“In addition to the state supported response, state foresters work with the USDA Forest Service to deliver the State Fire Assistance and Volunteer Fire Assistance programs, which together provide resources to reduce hazardous fuels and to train and equip first responders. In fiscal year 2014 more than 102,000 firefighters received wildland fire training through these programs. Nearly 11,900 communities were assisted by SFA and VFA during this same time period.”
The National Association of State Foresters is comprised of the directors of state and territorial forestry agencies and the District of Columbia. NASF seeks to advance sustainable forestry, conservation, and protection of forestlands and their associated resources. Learn more at www.stateforesters.org.
John N. Maclean’s review of the book, “On the Burning Edge”, was first printed in the “Journal of Forestry”, a publication of the Society of American Foresters. It is used with permission here.
HOTSHOTS, MISSED SHOTS, AND WHERE’S THE FIRE?
On the Burning Edge. Kyle Dickman. 304 p. $26.00 (hardcover). Ballantine Books. 2015. ISBN: 978-0-55339-212-8.
Journal of Forestry 113
By John N. Maclean
Copyright © 2015 Society of American Foresters
A book written quickly in the wake of a major disaster, in this case the Yarnell Hill Fire of 2013, should be a first draft of history, a skeleton on which the reading public can rely, with adjustments as time brings more insight, reflection, and information.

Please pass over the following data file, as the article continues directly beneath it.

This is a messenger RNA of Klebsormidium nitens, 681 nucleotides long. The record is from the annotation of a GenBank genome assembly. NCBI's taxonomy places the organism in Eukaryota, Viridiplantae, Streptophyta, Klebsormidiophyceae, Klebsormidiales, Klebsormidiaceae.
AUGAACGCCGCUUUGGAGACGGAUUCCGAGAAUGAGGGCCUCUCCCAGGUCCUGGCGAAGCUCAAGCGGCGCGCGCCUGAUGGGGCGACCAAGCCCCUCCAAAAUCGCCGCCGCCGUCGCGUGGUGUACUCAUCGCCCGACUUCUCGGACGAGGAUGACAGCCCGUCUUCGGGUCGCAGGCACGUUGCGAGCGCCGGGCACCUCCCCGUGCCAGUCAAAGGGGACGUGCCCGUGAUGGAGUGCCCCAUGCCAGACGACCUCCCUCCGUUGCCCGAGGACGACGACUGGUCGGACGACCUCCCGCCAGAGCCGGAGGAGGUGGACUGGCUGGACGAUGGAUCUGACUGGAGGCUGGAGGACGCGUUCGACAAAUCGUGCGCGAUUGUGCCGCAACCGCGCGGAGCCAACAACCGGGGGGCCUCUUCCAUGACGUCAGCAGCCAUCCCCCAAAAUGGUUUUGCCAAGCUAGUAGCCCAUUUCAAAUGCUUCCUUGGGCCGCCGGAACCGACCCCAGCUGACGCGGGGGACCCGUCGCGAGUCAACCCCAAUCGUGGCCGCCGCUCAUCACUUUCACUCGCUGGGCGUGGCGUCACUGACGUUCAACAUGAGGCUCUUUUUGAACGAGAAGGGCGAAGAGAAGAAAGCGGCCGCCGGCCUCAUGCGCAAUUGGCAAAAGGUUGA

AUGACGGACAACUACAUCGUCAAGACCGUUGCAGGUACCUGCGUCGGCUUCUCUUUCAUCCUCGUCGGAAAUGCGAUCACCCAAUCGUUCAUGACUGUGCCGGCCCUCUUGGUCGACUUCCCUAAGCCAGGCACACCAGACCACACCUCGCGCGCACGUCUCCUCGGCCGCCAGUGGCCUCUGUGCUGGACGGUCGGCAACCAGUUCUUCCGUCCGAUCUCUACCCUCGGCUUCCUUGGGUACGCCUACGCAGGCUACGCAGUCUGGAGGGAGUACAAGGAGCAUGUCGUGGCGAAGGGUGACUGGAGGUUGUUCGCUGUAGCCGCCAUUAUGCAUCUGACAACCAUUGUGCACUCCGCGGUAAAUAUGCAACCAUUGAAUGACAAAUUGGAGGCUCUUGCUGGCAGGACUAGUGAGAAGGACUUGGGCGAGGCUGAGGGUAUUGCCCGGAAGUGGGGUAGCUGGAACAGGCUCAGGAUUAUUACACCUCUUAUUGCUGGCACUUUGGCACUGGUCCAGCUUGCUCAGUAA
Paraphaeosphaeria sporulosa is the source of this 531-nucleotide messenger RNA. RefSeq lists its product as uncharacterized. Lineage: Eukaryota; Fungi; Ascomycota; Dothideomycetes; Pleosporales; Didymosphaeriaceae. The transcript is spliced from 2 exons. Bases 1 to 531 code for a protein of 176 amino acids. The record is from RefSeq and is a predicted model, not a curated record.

The Yarnell Hill Fire, which cost the lives of 19 members of the Granite Mountain Hotshots, is the worst disaster for an organized wildland fire crew in over a century, back to the Big Burn of 1910. Two years later, many questions remain unanswered: Why did the hotshots leave a safe place and descend into a box canyon where they were overwhelmed by a flame front? Why wasn’t the fire controlled in its early stages? Were supervisory personnel negligent? Why are the two official investigations, both by the state of Arizona, so radically different: one says there were no major mistakes; the other says there were many willful and serious ones.